I decided that since it frightened me, it probably would also frighten others. I couldn’t go back to sleep so poured a glass of wine, switched on my old computer and started writing a story that seemed to come from somewhere else. It was one of those rare moments when the muse strikes and there’s just no arguing with her or in this case him. The story just flowed out of my fingers and onto the keyboard.

I spent a year working on the first draft. This time I took Stephen King’s advice and wrote with the door tightly shut. I’d made the mistake with my previous book, the one that’s collecting dust, and allowed too many people to influence it. As a result it ended up not being my book.

The first draft was only Sarah’s story and written from her perspective. It ended up being way too short, so I added Kevin’s story and tied them together. They fitted together seamlessly, but there was still something missing from the story. I couldn’t figure out what it was until I sent it off to a local publisher. The submissions editor loved it, but said that it was too short and she then suggested that I added some additional scenes.

The additions she suggested were all great and incredibly helpful, but she also got me thinking about another side. One I hadn’t even thought about. Carol’s story was written in a matter of days. I couldn’t focus on anything else until her story was written. Shadows became the interwoven story of three very flawed individuals struggling with their own demons.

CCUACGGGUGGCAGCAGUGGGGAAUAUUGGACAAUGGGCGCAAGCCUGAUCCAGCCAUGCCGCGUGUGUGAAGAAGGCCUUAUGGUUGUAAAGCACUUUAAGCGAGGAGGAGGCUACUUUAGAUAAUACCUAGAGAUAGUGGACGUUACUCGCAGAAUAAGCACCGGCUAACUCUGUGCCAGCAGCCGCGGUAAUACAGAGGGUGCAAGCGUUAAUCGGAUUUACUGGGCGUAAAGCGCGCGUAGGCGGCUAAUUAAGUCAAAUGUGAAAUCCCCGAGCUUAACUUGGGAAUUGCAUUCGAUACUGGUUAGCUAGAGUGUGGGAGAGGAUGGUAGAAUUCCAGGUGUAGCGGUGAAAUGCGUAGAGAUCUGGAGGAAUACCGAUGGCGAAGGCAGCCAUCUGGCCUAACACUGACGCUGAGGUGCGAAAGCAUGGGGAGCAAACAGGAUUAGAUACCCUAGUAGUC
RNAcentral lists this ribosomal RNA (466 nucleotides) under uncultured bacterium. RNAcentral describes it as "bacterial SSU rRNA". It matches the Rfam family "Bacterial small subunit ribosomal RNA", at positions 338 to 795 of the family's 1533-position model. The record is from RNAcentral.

I re-submitted it to the local publisher, who then unfortunately didn’t like the extra scenes that they’d requested. It wasn’t what they’d wanted. It took a year from my original submission to the day the publisher passed on Shadows.

Needless to say I was devastated. I’ve never been very good in handling rejection. What I did to get over the rejection can be found on Pat’s other blog: Book Marketing Floozy.

See also: Pat Bertram Introduces Jack, the Torment Demon from Shadows by Joan De La Haye

What If People Like My Books?

An odd thought struck me this morning: what if people actually like my books? Over the past few years, I’ve racked up hundreds of rejections. I told myself the agents and editors were only rejecting my query letters, because what else could they be rejecting? None of those I sent letters to had ever heard of me, so they could not be rejecting me personally. Nor did most request any part of a manuscript, so they could not be rejecting my novels. But others did request parts of the manuscripts, and found them wanting. Some did not like my characters, my setting, my matter-of-fact style, my inability to sweep them away. Some did not like that the books could not be easily slotted into a genre. The rest simply said the books did not fit with their list. I had a great attitude through all those rejections, and I didn’t think they affected me, but they must have, because I’ve been steeling myself against weak sales and less-than-stellar reviews.

Ever since More Deaths Than One and A Spark of Heavenly Fire were accepted by Second Wind Publishing, I’ve been so focused on figuring out how to sell my books (I even started a new blog, Book Marketing Floozy, to share what I learned and will continue to learn) that it never occurred to me people might read my books. Of course, one-fourth to one-half of all purchased books are never read, so perhaps those who buy won’t read, but what if they do?

Now that my publication date is nearing (actually, it’s not a date, more like a time — end of November), and my novels are about to be made available, I’m getting nervous. Only one person (a free lance editor I met in a writing group) read all four of my manuscripts, and she absolutely loved them. And an author I met through my blog read one of my manuscripts, and she thought it was brilliant. Although many people have read excerpts of my novels, no one else has ever read one all the way through. Soon my novels will be published.

And what if people like them?